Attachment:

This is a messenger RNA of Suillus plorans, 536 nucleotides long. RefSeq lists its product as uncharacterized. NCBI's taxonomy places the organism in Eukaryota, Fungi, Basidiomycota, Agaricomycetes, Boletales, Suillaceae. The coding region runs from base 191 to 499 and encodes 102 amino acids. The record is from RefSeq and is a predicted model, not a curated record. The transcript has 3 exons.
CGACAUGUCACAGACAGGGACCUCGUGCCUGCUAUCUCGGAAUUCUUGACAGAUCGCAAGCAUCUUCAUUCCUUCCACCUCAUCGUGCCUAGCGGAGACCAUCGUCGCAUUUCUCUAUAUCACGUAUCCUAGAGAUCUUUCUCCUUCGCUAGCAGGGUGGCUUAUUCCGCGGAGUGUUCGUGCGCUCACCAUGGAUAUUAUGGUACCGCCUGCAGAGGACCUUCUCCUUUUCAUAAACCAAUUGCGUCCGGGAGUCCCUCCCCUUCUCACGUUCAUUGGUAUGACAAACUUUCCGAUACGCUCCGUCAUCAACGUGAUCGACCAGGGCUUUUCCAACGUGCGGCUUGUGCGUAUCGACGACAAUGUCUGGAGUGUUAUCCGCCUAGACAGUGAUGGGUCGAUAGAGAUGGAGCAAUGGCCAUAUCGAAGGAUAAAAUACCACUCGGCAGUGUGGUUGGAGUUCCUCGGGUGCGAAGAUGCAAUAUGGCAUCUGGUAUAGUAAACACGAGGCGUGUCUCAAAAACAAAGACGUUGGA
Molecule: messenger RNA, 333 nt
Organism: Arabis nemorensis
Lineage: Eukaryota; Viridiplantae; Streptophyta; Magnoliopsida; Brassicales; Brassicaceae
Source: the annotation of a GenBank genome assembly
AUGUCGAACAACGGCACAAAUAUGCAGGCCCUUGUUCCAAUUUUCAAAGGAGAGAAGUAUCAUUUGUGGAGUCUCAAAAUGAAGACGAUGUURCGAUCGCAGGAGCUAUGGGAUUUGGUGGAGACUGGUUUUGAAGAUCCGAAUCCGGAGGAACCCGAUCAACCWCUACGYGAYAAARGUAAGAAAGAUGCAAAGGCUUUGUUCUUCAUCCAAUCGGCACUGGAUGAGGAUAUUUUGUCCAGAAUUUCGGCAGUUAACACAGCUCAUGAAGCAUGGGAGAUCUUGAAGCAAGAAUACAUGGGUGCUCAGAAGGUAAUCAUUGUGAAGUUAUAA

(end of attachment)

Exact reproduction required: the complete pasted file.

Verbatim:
This is a messenger RNA of Suillus plorans, 536 nucleotides long. RefSeq lists its product as uncharacterized. NCBI's taxonomy places the organism in Eukaryota, Fungi, Basidiomycota, Agaricomycetes, Boletales, Suillaceae. The coding region runs from base 191 to 499 and encodes 102 amino acids. The record is from RefSeq and is a predicted model, not a curated record. The transcript has 3 exons.
CGACAUGUCACAGACAGGGACCUCGUGCCUGCUAUCUCGGAAUUCUUGACAGAUCGCAAGCAUCUUCAUUCCUUCCACCUCAUCGUGCCUAGCGGAGACCAUCGUCGCAUUUCUCUAUAUCACGUAUCCUAGAGAUCUUUCUCCUUCGCUAGCAGGGUGGCUUAUUCCGCGGAGUGUUCGUGCGCUCACCAUGGAUAUUAUGGUACCGCCUGCAGAGGACCUUCUCCUUUUCAUAAACCAAUUGCGUCCGGGAGUCCCUCCCCUUCUCACGUUCAUUGGUAUGACAAACUUUCCGAUACGCUCCGUCAUCAACGUGAUCGACCAGGGCUUUUCCAACGUGCGGCUUGUGCGUAUCGACGACAAUGUCUGGAGUGUUAUCCGCCUAGACAGUGAUGGGUCGAUAGAGAUGGAGCAAUGGCCAUAUCGAAGGAUAAAAUACCACUCGGCAGUGUGGUUGGAGUUCCUCGGGUGCGAAGAUGCAAUAUGGCAUCUGGUAUAGUAAACACGAGGCGUGUCUCAAAAACAAAGACGUUGGA
Molecule: messenger RNA, 333 nt
Organism: Arabis nemorensis
Lineage: Eukaryota; Viridiplantae; Streptophyta; Magnoliopsida; Brassicales; Brassicaceae
Source: the annotation of a GenBank genome assembly
AUGUCGAACAACGGCACAAAUAUGCAGGCCCUUGUUCCAAUUUUCAAAGGAGAGAAGUAUCAUUUGUGGAGUCUCAAAAUGAAGACGAUGUURCGAUCGCAGGAGCUAUGGGAUUUGGUGGAGACUGGUUUUGAAGAUCCGAAUCCGGAGGAACCCGAUCAACCWCUACGYGAYAAARGUAAGAAAGAUGCAAAGGCUUUGUUCUUCAUCCAAUCGGCACUGGAUGAGGAUAUUUUGUCCAGAAUUUCGGCAGUUAACACAGCUCAUGAAGCAUGGGAGAUCUUGAAGCAAGAAUACAUGGGUGCUCAGAAGGUAAUCAUUGUGAAGUUAUAA